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This article about using Ћ to stand for the made me think about how different symbols represent words or phrases. For example: @ means at; % means per cent; # can mean pound or number; ♥ can mean love, as in "I ♥ NY".

It seems right to call these abbreviations, but:

  • Abbreviations can include non-symbols, like AZ for Arizona
  • The symbol may have characters not found in the word (like $ has an S shape in it, even though s is not in dollar), contrary to some definitions of abbreviation

One word I found was ligature, which seems to describe & and the proposed Ћ well. But:

  • Ligature does not describe some symbols shown above (like #)
  • Ligature describes symbols that do not mean words (like æ)

The symbols listed above are what one might see in informal (but standard) shorthand, and it's these I want to describe. Mathematical symbols (like using = to mean equal or the same) can be in the same category. Alphabetic symbols, like X or O to mean kisses or hugs, may be included too.

Is there a name for (and only for) symbols like these?

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"It does not describe some symbols shown above (like #); It describes symbols that do not mean words (like æ)" --> it's not it. – Kris Jul 8 '13 at 7:09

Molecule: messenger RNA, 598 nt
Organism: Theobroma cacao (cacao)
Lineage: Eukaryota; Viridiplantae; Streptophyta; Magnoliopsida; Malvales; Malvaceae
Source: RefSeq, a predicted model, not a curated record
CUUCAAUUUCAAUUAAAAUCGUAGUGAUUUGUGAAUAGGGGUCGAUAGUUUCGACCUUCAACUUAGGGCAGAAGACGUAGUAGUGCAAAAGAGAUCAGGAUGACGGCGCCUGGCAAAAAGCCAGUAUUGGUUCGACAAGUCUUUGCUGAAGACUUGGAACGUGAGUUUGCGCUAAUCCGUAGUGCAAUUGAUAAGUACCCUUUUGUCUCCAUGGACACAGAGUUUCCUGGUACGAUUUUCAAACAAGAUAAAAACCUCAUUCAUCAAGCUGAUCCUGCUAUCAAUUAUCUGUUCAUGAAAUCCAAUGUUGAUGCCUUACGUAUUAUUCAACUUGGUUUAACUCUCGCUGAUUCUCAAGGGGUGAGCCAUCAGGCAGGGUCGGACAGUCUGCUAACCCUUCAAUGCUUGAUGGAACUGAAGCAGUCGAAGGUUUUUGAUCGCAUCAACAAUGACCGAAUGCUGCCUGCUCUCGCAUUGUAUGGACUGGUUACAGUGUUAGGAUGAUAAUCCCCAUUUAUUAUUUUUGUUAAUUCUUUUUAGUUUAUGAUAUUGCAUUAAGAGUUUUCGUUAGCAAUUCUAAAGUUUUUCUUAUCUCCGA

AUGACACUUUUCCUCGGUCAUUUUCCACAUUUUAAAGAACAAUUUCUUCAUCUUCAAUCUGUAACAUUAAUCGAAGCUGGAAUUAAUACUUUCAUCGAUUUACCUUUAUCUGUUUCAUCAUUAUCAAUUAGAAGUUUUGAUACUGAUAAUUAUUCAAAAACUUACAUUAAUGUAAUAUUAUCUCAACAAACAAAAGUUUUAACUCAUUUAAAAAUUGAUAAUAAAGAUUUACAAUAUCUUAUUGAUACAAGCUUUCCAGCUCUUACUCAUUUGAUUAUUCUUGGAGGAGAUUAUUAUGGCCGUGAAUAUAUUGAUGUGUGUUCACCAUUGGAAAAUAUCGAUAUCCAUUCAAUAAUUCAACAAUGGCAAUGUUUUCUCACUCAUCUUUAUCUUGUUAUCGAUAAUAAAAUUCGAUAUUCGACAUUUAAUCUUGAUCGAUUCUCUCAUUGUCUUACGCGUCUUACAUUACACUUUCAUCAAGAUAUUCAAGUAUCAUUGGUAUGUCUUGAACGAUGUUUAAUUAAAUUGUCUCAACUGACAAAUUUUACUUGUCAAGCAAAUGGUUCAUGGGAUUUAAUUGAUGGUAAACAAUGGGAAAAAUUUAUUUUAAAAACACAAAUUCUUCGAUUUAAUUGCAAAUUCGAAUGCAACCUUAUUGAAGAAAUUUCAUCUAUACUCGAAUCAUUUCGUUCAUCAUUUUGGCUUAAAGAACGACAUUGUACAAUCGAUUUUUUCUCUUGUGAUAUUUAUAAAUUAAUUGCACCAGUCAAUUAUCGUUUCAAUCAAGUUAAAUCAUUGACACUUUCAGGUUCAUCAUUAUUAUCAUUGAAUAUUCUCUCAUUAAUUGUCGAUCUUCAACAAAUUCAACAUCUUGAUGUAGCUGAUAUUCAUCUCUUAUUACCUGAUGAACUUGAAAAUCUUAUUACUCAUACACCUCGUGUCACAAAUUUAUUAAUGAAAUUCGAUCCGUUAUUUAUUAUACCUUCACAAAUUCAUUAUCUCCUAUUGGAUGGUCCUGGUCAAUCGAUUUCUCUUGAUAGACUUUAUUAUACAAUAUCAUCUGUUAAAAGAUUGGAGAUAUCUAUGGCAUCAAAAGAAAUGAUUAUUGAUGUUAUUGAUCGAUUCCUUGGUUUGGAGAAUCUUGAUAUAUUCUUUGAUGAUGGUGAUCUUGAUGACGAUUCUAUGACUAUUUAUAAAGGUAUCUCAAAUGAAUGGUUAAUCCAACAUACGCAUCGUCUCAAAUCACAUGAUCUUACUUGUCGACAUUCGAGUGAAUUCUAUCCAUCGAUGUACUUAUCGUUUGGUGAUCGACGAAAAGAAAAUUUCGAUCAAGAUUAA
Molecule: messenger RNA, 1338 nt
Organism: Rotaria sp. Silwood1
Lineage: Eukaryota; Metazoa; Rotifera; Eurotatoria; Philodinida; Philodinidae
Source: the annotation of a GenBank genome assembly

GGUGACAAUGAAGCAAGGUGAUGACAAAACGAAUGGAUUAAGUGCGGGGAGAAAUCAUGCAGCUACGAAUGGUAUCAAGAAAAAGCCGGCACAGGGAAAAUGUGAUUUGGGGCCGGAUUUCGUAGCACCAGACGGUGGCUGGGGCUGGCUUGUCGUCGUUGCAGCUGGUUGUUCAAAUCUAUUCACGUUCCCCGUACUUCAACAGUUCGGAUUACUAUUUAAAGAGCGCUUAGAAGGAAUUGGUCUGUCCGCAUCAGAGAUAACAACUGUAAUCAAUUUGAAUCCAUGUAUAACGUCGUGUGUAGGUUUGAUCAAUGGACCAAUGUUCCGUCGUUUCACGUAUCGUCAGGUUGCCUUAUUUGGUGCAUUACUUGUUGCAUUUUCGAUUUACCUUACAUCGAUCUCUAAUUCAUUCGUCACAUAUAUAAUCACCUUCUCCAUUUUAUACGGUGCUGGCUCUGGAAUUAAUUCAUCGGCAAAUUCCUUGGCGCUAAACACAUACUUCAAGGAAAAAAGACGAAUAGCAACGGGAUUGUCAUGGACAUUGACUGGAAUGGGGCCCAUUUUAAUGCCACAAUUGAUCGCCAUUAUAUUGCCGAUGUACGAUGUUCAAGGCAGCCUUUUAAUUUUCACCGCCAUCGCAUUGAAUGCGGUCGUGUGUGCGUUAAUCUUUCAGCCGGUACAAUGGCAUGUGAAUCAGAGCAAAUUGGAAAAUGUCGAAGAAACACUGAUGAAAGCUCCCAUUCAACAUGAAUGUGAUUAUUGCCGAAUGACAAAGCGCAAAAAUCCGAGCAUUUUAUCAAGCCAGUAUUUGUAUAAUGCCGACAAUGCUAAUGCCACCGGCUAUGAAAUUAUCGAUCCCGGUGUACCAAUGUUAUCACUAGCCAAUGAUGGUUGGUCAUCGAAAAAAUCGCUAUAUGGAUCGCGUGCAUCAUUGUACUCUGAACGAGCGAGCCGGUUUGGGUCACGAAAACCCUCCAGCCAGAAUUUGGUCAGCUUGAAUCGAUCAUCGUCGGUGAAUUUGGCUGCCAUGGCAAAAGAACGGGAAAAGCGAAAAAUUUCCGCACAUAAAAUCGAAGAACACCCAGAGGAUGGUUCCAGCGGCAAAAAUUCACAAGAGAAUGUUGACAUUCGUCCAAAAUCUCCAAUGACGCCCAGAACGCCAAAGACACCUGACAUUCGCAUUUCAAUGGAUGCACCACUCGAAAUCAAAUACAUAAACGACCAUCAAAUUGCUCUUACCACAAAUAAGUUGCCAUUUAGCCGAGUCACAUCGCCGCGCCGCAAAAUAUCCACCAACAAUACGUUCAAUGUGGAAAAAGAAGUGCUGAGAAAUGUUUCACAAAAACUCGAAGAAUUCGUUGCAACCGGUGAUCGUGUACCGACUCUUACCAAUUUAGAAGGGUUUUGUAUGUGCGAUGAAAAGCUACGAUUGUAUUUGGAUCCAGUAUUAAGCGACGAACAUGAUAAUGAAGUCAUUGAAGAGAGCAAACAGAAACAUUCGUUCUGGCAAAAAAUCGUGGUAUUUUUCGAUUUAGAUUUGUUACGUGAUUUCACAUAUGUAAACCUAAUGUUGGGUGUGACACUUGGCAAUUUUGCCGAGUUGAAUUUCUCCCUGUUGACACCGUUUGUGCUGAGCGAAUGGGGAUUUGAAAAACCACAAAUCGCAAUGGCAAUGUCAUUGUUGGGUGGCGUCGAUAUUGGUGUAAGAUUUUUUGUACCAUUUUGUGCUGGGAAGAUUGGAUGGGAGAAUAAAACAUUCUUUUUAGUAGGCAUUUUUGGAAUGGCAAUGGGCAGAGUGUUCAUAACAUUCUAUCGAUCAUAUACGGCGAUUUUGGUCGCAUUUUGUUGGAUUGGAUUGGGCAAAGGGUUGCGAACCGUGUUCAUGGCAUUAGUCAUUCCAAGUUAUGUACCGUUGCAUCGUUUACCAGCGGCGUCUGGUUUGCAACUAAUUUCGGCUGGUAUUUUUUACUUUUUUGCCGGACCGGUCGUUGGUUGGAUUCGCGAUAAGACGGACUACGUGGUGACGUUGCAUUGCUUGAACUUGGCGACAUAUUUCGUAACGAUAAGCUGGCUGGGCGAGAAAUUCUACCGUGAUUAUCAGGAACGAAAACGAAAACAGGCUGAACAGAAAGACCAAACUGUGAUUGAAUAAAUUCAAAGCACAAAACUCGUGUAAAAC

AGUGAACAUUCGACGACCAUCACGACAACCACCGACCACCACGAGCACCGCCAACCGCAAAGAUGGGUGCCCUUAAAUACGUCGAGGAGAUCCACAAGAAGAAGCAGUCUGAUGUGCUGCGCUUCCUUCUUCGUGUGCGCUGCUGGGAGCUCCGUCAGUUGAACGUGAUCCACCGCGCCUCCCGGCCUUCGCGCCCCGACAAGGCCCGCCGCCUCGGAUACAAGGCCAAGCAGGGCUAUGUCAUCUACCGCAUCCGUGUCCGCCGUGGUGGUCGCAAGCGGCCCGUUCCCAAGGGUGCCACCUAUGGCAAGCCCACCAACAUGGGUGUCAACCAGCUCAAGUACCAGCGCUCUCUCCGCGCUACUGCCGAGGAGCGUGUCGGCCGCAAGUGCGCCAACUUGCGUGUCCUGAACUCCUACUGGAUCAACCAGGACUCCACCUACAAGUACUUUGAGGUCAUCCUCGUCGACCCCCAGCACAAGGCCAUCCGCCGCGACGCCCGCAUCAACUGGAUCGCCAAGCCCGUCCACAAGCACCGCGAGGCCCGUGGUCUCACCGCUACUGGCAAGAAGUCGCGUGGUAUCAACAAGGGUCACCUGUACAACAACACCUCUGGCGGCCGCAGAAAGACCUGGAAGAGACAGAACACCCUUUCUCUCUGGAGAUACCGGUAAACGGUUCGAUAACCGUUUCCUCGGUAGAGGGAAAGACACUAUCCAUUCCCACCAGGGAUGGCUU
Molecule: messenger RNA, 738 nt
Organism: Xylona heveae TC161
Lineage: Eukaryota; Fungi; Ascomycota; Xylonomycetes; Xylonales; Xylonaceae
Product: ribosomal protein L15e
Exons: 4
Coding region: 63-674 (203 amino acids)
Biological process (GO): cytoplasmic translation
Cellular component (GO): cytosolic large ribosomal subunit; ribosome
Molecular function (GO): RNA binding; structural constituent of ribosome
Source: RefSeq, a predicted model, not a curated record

I have heard that the dollar symbol is a U and S printed on the same space, but that's probably folklore. – SiteNook Dec 7 '15 at 4:31
up vote 8 down vote accepted


A logogram, or logograph, is a grapheme which represents a word or a morpheme (the smallest meaningful unit of language). This stands in contrast to phonograms, which represent phonemes (speech sounds) or combinations of phonemes, and determinatives, which mark semantic categories.

Logograms are commonly known also as "ideograms". Strictly speaking, however, ideograms represent ideas directly rather than words and morphemes...

Other dictionaries seem to equate ideograms with logograms. Dictionay.com World English Dictionary for example:


  1. a sign or symbol, used in such writing systems as those of China or Japan, that directly represents a concept, idea, or thing rather than a word or set of words for it

  2. any graphic sign or symbol, such as %, @, &, etc.

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Nice answer! This works for a subset of the signs the OP asked for, but not for the Ћ at least. – asteri Jul 6 '13 at 2:56
Everything I read about ideogram seems to fit perfectly with what I'm trying to say! Thanks! – user39720 Jul 6 '13 at 4:42

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